“Tell me a little about yourself.”
“What are your biggest weaknesses?”
“What are your biggest strengths?”
“Where do you see yourself in five years?”

If you’ve recently had a job interview, those might have been among the questions you were asked.

Employers sometimes ask weird questions, to see how you handle yourself:

“Can you tell me 10 things you could do with a pencil other than write?”
“If you were a kitchen appliance, which kitchen appliance would you be, and why?”
“Why are man-hole covers round?”
“What is your gun noise?”

According to a group called The Interview Guys, more-and-more employers are asking, “What are you passionate about?”

It’s a great question to ask ourselves as believers in Jesus Christ. Before we ask and answer it, we might want to take a look at someone in the Bible who is an example of godly passion.

That someone would be King David. You’re not called “a man after God’s own heart” unless the LORD is your one, first, great passion in life.

The LORD was David’s passion, AND there was something in particular that he was passionate about. That “something” was returning the Ark of the Covenant to Jerusalem, and installing it in a magnificent Temple. It is expressed in verses three, four & five:

Psa 132:3  “Surely I will not go into the chamber of my house, Or go up to the comfort of my bed;
Psa 132:4  I will not give sleep to my eyes Or slumber to my eyelids,
Psa 132:5  Until I find a place for the LORD, A dwelling place for the Mighty One of Jacob.”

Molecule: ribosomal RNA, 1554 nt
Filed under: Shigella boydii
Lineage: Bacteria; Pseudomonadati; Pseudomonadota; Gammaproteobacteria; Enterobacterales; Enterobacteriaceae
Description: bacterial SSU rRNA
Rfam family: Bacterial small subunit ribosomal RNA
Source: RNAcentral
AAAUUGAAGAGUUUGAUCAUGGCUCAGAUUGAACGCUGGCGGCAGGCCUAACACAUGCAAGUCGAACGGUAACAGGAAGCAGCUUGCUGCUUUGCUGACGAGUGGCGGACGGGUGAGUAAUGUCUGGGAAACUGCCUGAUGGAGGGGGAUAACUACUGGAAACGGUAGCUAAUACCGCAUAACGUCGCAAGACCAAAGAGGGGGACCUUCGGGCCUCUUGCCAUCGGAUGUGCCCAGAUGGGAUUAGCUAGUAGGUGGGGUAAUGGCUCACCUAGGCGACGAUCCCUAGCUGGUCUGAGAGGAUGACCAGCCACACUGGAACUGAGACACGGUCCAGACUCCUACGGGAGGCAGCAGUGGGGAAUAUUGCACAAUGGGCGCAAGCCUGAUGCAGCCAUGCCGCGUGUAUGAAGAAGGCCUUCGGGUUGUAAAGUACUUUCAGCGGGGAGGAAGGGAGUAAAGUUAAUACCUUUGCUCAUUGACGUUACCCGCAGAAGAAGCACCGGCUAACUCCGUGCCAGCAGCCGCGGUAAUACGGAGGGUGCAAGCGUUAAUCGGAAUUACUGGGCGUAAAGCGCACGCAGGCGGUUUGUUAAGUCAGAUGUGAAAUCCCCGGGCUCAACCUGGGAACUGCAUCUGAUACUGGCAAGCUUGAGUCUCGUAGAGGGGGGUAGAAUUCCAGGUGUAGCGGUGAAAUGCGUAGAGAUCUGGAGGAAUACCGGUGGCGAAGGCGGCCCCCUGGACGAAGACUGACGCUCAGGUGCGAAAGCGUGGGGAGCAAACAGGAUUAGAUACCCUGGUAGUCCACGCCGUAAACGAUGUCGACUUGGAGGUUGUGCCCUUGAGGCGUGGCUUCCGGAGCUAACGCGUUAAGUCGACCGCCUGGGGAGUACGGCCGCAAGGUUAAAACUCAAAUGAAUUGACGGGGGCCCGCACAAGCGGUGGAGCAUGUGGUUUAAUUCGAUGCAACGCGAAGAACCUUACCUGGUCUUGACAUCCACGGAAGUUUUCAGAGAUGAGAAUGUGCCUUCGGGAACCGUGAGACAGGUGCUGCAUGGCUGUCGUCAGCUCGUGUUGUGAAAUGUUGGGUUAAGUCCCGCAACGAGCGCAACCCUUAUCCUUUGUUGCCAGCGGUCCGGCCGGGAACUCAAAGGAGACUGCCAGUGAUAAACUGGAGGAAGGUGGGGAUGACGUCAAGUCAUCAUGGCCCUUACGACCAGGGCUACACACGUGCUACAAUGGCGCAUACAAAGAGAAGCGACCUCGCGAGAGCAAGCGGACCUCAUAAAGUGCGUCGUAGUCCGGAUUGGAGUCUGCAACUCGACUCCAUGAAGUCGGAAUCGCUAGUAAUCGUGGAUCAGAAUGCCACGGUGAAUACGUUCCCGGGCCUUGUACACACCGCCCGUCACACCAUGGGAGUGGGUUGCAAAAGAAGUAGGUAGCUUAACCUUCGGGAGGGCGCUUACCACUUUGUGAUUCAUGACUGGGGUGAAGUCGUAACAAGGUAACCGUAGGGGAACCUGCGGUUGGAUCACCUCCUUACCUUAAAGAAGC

The “dwelling place” of the LORD was the Ark of the Covenant. It’s mentioned by name in verse eight and called God’s “resting place” on the earth.

David’s Ark-in-the-Temple passion was the background and context for our psalm. Reading it gives us the opportunity to discuss our own passion for Jesus.

I’ll organize my comments around two questions: #1 How Do You Express Your Passion For Jesus?, and #2 How Does Jesus Express His Passion For You?

#1 – How Do You Express Your Passion For Jesus? (v1-7)

In the Arcade on Main Street in Disneyland, USA, there used to be a machine called the Love Tester. You’d squeeze a handle and it would gauge your passion from below cold to red hot.

I don’t know what being passionate looks like in your life. There is no ‘passion meter’ by which to gauge. As we use the word “passion,” don’t think being overly-emotional or underly-emotional means anything. Be yourself.

Psa 132:1  A Song of Ascents. LORD, remember David And all his afflictions;

We’re almost to the end of the fifteen so-called “Psalms (or Songs) of Ascent,” Psalms 120-134. They were the play-list for Israelites journeying to the Temple in Jerusalem to attend the annual feasts.